Collisions among proton bunches occur inside the ATLAS experiment at CERN’s Large Hadron Collider up to 40 million times a second. Only a fraction of the collision events are valuable for research and the ATLAS detector must decide which events to store for analysis.
This decision-making is done courtesy of the sophisticated Trigger and Data Acquisition System (TDAQ) software. A central component of the ATLAS operation, TDAQ is custom software that extracts data in real-time from the experiment, processes it and selects interesting events – all others are discarded. ATLAS has now released this software openly under the Apache 2.0 licence, allowing modification, reuse and citation.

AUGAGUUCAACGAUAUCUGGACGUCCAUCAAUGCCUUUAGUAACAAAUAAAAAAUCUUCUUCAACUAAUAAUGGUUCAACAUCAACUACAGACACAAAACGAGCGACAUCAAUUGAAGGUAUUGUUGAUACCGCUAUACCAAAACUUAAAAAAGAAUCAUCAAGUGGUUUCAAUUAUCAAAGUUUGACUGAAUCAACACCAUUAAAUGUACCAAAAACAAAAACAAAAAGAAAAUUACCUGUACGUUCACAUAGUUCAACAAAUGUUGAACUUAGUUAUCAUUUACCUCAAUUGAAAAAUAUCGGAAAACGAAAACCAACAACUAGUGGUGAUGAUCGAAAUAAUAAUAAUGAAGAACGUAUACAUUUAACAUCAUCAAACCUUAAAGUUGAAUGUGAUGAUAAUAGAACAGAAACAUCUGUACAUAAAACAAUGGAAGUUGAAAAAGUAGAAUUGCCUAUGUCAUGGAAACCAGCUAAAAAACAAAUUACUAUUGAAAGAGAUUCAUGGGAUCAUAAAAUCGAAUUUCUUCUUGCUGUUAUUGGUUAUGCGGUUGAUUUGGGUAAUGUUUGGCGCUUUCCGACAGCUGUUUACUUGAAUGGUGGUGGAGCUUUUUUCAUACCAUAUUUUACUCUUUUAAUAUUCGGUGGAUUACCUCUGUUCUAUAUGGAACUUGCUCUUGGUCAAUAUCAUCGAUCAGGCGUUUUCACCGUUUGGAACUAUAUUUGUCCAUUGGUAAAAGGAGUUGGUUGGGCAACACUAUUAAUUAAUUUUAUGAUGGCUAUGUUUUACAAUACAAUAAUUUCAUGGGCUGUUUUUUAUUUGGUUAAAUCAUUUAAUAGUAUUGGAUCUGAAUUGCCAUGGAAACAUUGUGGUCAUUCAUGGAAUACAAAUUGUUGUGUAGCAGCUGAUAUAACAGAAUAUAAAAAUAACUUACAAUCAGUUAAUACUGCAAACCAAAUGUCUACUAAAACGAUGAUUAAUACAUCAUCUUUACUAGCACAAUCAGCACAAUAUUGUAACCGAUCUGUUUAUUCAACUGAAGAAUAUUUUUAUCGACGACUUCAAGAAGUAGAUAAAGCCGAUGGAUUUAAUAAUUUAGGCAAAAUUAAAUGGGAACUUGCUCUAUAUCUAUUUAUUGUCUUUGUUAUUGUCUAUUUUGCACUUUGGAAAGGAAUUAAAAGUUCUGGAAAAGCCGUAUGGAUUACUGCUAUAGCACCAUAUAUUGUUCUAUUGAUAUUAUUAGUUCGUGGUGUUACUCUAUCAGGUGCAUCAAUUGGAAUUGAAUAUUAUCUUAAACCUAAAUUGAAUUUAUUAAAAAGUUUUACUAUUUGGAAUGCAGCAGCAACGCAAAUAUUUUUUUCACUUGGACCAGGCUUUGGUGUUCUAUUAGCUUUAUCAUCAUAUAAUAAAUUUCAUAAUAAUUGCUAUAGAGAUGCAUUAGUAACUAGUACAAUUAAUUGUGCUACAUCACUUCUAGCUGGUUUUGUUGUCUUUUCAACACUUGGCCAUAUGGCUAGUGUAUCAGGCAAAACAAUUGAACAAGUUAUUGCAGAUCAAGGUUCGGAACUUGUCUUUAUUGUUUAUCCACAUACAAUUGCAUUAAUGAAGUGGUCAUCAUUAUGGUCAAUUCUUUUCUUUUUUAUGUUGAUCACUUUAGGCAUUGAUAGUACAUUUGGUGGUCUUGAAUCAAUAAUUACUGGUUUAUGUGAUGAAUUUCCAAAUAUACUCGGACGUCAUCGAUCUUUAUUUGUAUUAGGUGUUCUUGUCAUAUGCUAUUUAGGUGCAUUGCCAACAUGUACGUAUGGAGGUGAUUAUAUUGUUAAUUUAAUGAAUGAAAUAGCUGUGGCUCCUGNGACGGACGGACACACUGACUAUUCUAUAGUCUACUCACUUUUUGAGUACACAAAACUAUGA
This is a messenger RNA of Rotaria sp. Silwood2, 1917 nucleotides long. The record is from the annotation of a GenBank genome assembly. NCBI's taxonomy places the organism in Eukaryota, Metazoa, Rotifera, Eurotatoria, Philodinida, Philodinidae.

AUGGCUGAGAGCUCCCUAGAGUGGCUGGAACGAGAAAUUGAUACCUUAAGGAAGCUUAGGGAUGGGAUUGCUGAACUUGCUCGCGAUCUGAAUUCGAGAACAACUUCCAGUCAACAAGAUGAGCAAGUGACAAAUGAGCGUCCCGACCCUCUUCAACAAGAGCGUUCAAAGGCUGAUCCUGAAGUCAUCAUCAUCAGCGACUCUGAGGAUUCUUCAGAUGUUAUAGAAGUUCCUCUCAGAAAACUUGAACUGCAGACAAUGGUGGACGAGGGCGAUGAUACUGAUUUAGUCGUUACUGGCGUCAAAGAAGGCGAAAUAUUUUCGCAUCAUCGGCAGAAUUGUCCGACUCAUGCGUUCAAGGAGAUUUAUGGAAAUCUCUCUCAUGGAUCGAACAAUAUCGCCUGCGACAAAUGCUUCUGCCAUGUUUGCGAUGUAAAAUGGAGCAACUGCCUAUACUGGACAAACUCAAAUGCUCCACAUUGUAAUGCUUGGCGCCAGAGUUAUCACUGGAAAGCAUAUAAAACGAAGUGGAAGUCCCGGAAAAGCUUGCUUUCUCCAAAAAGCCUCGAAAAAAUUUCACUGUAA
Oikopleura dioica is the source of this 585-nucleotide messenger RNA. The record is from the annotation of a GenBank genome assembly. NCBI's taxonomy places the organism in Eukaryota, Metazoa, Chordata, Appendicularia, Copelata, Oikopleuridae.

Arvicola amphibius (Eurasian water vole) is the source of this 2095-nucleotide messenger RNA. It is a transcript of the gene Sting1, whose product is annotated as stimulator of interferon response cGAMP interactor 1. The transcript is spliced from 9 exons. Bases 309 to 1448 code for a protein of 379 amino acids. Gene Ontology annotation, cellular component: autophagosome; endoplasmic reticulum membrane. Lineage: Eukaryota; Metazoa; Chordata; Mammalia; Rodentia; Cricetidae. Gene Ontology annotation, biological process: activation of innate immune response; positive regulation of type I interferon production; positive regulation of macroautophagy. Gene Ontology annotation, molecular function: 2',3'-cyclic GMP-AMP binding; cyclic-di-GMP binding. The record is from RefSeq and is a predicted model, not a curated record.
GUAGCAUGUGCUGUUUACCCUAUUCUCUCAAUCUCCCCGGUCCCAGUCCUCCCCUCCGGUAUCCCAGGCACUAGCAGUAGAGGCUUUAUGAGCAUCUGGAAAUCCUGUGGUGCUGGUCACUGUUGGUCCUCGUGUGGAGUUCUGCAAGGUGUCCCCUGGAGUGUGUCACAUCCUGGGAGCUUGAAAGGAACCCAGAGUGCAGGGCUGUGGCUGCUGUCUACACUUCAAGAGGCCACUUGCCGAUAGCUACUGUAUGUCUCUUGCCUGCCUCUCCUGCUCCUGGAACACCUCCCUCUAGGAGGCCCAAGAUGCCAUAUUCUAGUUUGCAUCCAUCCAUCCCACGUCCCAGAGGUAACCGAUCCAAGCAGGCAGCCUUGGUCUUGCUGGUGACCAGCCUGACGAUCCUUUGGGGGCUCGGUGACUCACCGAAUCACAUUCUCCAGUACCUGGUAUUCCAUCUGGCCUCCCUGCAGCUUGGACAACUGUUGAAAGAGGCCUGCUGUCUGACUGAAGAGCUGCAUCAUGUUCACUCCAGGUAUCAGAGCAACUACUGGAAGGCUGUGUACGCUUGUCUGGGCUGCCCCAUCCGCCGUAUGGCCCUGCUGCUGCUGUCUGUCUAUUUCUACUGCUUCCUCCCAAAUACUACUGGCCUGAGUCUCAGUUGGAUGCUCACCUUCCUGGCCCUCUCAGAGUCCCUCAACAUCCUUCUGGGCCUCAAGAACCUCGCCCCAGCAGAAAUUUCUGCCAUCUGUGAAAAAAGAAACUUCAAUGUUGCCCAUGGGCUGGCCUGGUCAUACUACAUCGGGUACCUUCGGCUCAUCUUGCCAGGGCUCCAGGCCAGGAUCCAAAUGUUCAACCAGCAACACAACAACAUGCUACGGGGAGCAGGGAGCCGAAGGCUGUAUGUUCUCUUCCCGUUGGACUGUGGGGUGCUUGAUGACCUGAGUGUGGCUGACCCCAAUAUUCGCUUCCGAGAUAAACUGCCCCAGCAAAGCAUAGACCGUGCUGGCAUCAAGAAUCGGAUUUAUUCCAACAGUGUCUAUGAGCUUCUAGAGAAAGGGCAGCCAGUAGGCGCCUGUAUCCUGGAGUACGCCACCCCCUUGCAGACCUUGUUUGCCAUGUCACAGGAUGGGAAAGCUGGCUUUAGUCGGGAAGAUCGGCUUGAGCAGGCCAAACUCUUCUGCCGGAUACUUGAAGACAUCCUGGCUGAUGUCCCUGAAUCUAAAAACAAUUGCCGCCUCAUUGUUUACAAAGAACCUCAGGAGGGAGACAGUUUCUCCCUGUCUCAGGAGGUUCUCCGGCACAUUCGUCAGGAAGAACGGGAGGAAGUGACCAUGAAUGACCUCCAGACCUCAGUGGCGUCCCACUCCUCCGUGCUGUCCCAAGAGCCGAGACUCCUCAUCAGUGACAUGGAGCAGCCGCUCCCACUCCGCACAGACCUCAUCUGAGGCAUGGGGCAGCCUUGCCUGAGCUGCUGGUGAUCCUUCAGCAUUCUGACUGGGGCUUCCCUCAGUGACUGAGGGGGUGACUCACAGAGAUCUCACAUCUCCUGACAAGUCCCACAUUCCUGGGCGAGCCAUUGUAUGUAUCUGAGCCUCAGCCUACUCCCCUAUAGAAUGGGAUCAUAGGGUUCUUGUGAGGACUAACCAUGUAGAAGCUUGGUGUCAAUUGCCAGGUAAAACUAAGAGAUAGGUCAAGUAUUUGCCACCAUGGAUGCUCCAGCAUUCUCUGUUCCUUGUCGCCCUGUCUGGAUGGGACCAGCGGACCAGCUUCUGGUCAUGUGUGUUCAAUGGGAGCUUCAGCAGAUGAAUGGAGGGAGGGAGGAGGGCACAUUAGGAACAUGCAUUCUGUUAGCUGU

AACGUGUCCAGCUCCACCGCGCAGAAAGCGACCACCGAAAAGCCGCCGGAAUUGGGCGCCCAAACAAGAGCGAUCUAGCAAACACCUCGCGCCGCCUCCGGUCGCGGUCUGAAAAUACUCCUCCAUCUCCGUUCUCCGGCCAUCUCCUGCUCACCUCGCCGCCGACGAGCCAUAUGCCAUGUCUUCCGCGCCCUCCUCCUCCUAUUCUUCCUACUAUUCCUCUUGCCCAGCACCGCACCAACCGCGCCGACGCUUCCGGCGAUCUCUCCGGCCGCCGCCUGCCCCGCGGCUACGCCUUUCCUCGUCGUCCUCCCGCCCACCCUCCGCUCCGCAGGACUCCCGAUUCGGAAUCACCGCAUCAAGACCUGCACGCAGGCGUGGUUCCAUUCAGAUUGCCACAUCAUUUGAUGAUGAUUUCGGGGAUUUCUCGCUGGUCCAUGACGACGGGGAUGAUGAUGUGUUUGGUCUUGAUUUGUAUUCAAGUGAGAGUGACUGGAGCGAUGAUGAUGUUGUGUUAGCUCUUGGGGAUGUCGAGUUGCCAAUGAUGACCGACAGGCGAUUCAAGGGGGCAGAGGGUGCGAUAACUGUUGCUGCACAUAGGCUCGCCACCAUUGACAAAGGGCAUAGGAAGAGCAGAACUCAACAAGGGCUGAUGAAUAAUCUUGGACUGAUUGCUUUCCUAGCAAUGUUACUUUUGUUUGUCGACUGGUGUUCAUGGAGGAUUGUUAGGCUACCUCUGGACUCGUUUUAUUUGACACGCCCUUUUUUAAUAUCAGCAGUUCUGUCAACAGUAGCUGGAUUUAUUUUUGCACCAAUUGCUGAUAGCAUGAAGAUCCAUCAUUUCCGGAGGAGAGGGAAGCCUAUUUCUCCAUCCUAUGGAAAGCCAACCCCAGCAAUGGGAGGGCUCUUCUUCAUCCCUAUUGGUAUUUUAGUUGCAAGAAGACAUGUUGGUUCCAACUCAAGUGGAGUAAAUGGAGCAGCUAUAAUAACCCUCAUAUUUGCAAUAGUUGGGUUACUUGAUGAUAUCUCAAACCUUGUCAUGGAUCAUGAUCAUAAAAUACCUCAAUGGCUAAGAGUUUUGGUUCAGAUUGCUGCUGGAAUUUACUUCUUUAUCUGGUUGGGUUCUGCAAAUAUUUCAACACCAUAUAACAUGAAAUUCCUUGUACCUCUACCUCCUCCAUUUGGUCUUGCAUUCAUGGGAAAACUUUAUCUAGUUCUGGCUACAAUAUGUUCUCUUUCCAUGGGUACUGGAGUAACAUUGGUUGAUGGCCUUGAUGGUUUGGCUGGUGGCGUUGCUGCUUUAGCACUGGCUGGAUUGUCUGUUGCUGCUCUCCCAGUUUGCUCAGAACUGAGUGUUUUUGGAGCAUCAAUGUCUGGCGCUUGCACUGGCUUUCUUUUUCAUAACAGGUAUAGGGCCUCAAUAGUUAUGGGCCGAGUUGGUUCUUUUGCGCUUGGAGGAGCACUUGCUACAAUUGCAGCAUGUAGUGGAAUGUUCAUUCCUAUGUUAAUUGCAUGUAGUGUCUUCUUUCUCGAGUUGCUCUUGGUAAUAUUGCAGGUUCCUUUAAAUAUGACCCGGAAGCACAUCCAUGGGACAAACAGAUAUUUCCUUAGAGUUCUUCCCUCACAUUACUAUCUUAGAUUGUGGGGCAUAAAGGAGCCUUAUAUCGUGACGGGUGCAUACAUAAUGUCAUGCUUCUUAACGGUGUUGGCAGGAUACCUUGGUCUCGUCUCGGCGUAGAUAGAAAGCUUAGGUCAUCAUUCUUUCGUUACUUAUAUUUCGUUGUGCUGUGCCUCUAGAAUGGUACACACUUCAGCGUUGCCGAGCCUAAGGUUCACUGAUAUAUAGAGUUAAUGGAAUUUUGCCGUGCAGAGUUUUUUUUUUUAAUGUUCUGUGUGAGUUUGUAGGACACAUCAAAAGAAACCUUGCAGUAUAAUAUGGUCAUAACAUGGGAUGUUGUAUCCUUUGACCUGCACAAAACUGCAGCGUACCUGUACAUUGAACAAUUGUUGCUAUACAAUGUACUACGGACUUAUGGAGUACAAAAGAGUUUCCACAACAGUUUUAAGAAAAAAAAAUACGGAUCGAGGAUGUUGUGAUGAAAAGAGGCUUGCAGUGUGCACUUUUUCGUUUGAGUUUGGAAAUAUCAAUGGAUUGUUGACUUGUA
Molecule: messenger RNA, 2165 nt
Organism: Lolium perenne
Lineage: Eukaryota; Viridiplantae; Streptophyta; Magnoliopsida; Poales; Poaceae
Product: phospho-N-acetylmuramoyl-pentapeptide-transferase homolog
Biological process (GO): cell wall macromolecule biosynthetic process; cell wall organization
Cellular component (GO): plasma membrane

“The full TDAQ software collection, a diverse set of software packages that cover the full scope of data acquisition, represents nearly two decades of work by some 170 ATLAS members,” says Wainer Vandelli from CERN and member of the TDAQ management team. “Altogether, the software has around 1.6 million lines of code: 72% C/C++, 12% Java, 10% Python and 6% others.”
Source: “ATLAS releases open software used to filter LHC collisions”, Mariana Velho & Katarina Anthony, CERN